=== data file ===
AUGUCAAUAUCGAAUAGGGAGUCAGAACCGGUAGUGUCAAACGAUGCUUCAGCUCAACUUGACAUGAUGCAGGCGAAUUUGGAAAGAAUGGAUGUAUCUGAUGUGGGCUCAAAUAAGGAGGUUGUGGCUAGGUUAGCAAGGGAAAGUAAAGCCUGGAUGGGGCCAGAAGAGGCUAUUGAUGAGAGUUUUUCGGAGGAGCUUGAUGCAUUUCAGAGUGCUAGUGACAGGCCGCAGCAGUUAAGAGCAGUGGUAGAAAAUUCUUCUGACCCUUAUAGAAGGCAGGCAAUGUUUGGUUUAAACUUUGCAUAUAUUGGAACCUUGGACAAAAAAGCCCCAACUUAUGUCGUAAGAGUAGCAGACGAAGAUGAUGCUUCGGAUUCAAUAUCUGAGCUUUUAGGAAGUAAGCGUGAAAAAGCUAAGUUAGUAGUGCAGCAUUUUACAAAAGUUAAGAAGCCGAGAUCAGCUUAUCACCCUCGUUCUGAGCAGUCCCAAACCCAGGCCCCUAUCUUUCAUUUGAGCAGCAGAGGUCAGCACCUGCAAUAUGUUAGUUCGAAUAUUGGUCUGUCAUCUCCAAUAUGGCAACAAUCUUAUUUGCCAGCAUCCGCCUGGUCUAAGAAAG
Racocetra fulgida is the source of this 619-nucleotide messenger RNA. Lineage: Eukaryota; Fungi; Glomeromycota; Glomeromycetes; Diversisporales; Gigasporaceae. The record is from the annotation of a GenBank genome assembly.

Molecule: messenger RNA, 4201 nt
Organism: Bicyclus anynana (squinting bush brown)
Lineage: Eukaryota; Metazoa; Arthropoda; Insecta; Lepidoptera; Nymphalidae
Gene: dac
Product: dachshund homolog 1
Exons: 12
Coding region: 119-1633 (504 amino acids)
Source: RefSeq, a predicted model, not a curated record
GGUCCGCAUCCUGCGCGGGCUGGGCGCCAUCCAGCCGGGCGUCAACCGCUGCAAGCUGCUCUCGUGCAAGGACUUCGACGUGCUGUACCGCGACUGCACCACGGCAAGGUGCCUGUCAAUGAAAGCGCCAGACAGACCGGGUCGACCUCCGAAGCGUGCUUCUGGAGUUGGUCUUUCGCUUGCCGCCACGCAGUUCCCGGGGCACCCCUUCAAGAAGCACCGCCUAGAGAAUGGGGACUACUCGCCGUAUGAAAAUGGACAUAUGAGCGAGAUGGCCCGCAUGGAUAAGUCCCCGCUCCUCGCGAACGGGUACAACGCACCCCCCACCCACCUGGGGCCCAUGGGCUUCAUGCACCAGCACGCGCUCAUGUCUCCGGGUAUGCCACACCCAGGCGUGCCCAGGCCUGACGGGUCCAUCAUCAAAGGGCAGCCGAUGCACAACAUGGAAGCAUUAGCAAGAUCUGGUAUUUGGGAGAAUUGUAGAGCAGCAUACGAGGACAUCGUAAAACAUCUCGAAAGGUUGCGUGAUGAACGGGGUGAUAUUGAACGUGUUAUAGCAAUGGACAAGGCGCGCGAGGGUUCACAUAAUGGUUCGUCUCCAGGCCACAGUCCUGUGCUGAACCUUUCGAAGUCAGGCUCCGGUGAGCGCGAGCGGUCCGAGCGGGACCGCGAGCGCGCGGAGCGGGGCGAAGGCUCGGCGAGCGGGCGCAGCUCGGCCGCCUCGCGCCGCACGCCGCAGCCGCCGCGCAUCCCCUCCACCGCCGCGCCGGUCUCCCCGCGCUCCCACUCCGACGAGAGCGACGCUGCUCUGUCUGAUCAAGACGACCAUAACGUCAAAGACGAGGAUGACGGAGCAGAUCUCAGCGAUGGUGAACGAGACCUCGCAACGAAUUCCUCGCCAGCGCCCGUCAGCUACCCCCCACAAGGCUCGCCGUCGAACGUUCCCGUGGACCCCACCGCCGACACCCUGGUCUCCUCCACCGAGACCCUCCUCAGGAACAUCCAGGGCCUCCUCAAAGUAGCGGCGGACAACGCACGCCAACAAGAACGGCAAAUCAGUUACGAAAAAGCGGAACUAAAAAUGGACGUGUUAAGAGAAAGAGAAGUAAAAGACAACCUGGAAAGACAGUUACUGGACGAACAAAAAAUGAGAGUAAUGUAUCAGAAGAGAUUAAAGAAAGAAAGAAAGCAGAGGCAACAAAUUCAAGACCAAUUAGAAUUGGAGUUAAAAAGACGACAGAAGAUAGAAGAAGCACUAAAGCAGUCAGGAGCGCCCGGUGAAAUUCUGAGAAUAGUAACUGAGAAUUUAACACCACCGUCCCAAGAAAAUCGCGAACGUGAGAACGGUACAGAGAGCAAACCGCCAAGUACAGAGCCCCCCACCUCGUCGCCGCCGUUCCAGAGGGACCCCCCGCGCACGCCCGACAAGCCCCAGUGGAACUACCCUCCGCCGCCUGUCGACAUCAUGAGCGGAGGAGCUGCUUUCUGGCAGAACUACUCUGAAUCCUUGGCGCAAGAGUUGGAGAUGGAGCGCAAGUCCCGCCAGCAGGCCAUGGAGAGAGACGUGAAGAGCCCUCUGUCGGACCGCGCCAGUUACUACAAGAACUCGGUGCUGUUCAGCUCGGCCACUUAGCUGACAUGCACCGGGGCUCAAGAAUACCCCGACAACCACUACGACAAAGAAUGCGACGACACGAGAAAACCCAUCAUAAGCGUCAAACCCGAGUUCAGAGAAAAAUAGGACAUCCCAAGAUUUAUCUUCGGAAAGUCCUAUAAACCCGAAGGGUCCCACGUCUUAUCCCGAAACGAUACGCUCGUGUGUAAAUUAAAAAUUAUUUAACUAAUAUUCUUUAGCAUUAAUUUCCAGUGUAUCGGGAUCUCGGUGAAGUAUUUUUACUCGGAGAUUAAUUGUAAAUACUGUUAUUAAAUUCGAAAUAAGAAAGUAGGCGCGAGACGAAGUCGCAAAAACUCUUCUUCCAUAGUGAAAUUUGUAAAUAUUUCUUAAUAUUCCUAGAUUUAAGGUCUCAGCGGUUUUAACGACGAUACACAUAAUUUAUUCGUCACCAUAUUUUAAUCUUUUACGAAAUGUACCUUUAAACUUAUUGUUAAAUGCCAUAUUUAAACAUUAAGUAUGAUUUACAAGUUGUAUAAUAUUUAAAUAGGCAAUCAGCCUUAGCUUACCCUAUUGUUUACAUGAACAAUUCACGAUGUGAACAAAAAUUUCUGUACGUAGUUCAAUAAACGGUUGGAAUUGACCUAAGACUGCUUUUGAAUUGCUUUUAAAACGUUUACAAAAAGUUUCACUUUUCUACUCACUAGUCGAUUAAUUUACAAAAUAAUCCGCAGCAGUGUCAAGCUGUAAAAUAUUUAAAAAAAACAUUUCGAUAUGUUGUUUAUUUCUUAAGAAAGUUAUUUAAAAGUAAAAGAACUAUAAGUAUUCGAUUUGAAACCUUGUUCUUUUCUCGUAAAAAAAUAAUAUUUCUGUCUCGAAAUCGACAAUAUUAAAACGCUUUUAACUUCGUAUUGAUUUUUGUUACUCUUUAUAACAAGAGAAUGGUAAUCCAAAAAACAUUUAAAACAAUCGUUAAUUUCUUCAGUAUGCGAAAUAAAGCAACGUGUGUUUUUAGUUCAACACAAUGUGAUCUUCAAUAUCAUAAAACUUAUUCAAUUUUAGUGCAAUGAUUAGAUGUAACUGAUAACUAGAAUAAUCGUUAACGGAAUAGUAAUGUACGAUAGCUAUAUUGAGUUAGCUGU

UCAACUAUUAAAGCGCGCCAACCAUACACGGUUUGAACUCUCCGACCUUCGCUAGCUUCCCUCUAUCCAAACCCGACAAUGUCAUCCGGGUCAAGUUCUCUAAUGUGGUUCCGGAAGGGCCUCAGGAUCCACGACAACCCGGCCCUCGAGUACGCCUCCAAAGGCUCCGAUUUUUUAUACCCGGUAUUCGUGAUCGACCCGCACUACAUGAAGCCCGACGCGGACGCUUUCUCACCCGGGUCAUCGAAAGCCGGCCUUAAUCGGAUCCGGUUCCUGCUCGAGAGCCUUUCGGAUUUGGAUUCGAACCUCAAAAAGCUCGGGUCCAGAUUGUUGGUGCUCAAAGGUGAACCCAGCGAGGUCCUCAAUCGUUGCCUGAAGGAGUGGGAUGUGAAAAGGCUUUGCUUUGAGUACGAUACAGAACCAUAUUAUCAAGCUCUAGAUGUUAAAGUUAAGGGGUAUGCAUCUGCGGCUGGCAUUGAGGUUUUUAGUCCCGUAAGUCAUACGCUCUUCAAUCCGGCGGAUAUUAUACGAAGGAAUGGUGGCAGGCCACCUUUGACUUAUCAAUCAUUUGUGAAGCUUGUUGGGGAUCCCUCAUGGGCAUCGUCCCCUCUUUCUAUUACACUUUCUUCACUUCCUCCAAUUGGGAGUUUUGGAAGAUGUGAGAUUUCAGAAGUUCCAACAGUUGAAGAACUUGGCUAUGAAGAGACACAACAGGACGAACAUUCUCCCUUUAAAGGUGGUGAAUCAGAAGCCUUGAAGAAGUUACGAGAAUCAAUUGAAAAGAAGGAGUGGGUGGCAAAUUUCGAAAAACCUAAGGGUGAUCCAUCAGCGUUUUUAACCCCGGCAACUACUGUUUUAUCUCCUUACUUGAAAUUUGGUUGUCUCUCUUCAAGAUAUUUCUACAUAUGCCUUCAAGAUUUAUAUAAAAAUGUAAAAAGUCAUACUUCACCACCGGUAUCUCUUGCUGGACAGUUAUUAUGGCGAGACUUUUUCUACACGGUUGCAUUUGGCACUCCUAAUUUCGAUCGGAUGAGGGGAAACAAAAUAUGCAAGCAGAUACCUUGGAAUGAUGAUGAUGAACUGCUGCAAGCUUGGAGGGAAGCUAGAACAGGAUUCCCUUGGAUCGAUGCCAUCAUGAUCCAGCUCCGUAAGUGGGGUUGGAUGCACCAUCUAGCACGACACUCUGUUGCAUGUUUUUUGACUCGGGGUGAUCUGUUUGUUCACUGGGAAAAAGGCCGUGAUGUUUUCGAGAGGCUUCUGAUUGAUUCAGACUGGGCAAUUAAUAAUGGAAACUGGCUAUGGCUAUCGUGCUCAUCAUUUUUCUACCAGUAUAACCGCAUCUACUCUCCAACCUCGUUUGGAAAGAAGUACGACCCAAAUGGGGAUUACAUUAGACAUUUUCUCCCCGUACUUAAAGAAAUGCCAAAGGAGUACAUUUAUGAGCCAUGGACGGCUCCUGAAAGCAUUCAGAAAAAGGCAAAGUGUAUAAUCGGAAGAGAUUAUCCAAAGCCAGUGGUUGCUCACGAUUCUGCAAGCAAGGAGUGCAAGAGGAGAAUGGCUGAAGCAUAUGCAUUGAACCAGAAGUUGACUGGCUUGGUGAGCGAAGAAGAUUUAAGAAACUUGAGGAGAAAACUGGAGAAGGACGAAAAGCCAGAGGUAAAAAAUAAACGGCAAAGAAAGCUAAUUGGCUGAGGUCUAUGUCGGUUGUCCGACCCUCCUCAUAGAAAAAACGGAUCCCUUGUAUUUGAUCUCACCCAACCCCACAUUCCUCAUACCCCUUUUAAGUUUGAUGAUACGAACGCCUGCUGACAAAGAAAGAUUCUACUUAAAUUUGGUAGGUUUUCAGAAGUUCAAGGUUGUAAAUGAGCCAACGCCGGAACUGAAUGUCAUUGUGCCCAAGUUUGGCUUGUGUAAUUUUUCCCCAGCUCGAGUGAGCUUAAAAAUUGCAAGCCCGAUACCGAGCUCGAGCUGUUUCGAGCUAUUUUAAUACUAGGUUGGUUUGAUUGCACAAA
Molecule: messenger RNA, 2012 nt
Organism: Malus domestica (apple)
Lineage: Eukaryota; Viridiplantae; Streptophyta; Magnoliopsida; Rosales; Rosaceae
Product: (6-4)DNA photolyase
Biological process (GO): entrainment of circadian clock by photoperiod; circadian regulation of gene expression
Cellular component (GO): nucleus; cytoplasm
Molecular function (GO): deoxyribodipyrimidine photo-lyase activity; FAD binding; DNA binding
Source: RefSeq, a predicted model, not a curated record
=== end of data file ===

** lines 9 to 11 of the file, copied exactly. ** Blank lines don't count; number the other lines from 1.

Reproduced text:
Coding region: 119-1633 (504 amino acids)
Source: RefSeq, a predicted model, not a curated record
GGUCCGCAUCCUGCGCGGGCUGGGCGCCAUCCAGCCGGGCGUCAACCGCUGCAAGCUGCUCUCGUGCAAGGACUUCGACGUGCUGUACCGCGACUGCACCACGGCAAGGUGCCUGUCAAUGAAAGCGCCAGACAGACCGGGUCGACCUCCGAAGCGUGCUUCUGGAGUUGGUCUUUCGCUUGCCGCCACGCAGUUCCCGGGGCACCCCUUCAAGAAGCACCGCCUAGAGAAUGGGGACUACUCGCCGUAUGAAAAUGGACAUAUGAGCGAGAUGGCCCGCAUGGAUAAGUCCCCGCUCCUCGCGAACGGGUACAACGCACCCCCCACCCACCUGGGGCCCAUGGGCUUCAUGCACCAGCACGCGCUCAUGUCUCCGGGUAUGCCACACCCAGGCGUGCCCAGGCCUGACGGGUCCAUCAUCAAAGGGCAGCCGAUGCACAACAUGGAAGCAUUAGCAAGAUCUGGUAUUUGGGAGAAUUGUAGAGCAGCAUACGAGGACAUCGUAAAACAUCUCGAAAGGUUGCGUGAUGAACGGGGUGAUAUUGAACGUGUUAUAGCAAUGGACAAGGCGCGCGAGGGUUCACAUAAUGGUUCGUCUCCAGGCCACAGUCCUGUGCUGAACCUUUCGAAGUCAGGCUCCGGUGAGCGCGAGCGGUCCGAGCGGGACCGCGAGCGCGCGGAGCGGGGCGAAGGCUCGGCGAGCGGGCGCAGCUCGGCCGCCUCGCGCCGCACGCCGCAGCCGCCGCGCAUCCCCUCCACCGCCGCGCCGGUCUCCCCGCGCUCCCACUCCGACGAGAGCGACGCUGCUCUGUCUGAUCAAGACGACCAUAACGUCAAAGACGAGGAUGACGGAGCAGAUCUCAGCGAUGGUGAACGAGACCUCGCAACGAAUUCCUCGCCAGCGCCCGUCAGCUACCCCCCACAAGGCUCGCCGUCGAACGUUCCCGUGGACCCCACCGCCGACACCCUGGUCUCCUCCACCGAGACCCUCCUCAGGAACAUCCAGGGCCUCCUCAAAGUAGCGGCGGACAACGCACGCCAACAAGAACGGCAAAUCAGUUACGAAAAAGCGGAACUAAAAAUGGACGUGUUAAGAGAAAGAGAAGUAAAAGACAACCUGGAAAGACAGUUACUGGACGAACAAAAAAUGAGAGUAAUGUAUCAGAAGAGAUUAAAGAAAGAAAGAAAGCAGAGGCAACAAAUUCAAGACCAAUUAGAAUUGGAGUUAAAAAGACGACAGAAGAUAGAAGAAGCACUAAAGCAGUCAGGAGCGCCCGGUGAAAUUCUGAGAAUAGUAACUGAGAAUUUAACACCACCGUCCCAAGAAAAUCGCGAACGUGAGAACGGUACAGAGAGCAAACCGCCAAGUACAGAGCCCCCCACCUCGUCGCCGCCGUUCCAGAGGGACCCCCCGCGCACGCCCGACAAGCCCCAGUGGAACUACCCUCCGCCGCCUGUCGACAUCAUGAGCGGAGGAGCUGCUUUCUGGCAGAACUACUCUGAAUCCUUGGCGCAAGAGUUGGAGAUGGAGCGCAAGUCCCGCCAGCAGGCCAUGGAGAGAGACGUGAAGAGCCCUCUGUCGGACCGCGCCAGUUACUACAAGAACUCGGUGCUGUUCAGCUCGGCCACUUAGCUGACAUGCACCGGGGCUCAAGAAUACCCCGACAACCACUACGACAAAGAAUGCGACGACACGAGAAAACCCAUCAUAAGCGUCAAACCCGAGUUCAGAGAAAAAUAGGACAUCCCAAGAUUUAUCUUCGGAAAGUCCUAUAAACCCGAAGGGUCCCACGUCUUAUCCCGAAACGAUACGCUCGUGUGUAAAUUAAAAAUUAUUUAACUAAUAUUCUUUAGCAUUAAUUUCCAGUGUAUCGGGAUCUCGGUGAAGUAUUUUUACUCGGAGAUUAAUUGUAAAUACUGUUAUUAAAUUCGAAAUAAGAAAGUAGGCGCGAGACGAAGUCGCAAAAACUCUUCUUCCAUAGUGAAAUUUGUAAAUAUUUCUUAAUAUUCCUAGAUUUAAGGUCUCAGCGGUUUUAACGACGAUACACAUAAUUUAUUCGUCACCAUAUUUUAAUCUUUUACGAAAUGUACCUUUAAACUUAUUGUUAAAUGCCAUAUUUAAACAUUAAGUAUGAUUUACAAGUUGUAUAAUAUUUAAAUAGGCAAUCAGCCUUAGCUUACCCUAUUGUUUACAUGAACAAUUCACGAUGUGAACAAAAAUUUCUGUACGUAGUUCAAUAAACGGUUGGAAUUGACCUAAGACUGCUUUUGAAUUGCUUUUAAAACGUUUACAAAAAGUUUCACUUUUCUACUCACUAGUCGAUUAAUUUACAAAAUAAUCCGCAGCAGUGUCAAGCUGUAAAAUAUUUAAAAAAAACAUUUCGAUAUGUUGUUUAUUUCUUAAGAAAGUUAUUUAAAAGUAAAAGAACUAUAAGUAUUCGAUUUGAAACCUUGUUCUUUUCUCGUAAAAAAAUAAUAUUUCUGUCUCGAAAUCGACAAUAUUAAAACGCUUUUAACUUCGUAUUGAUUUUUGUUACUCUUUAUAACAAGAGAAUGGUAAUCCAAAAAACAUUUAAAACAAUCGUUAAUUUCUUCAGUAUGCGAAAUAAAGCAACGUGUGUUUUUAGUUCAACACAAUGUGAUCUUCAAUAUCAUAAAACUUAUUCAAUUUUAGUGCAAUGAUUAGAUGUAACUGAUAACUAGAAUAAUCGUUAACGGAAUAGUAAUGUACGAUAGCUAUAUUGAGUUAGCUGU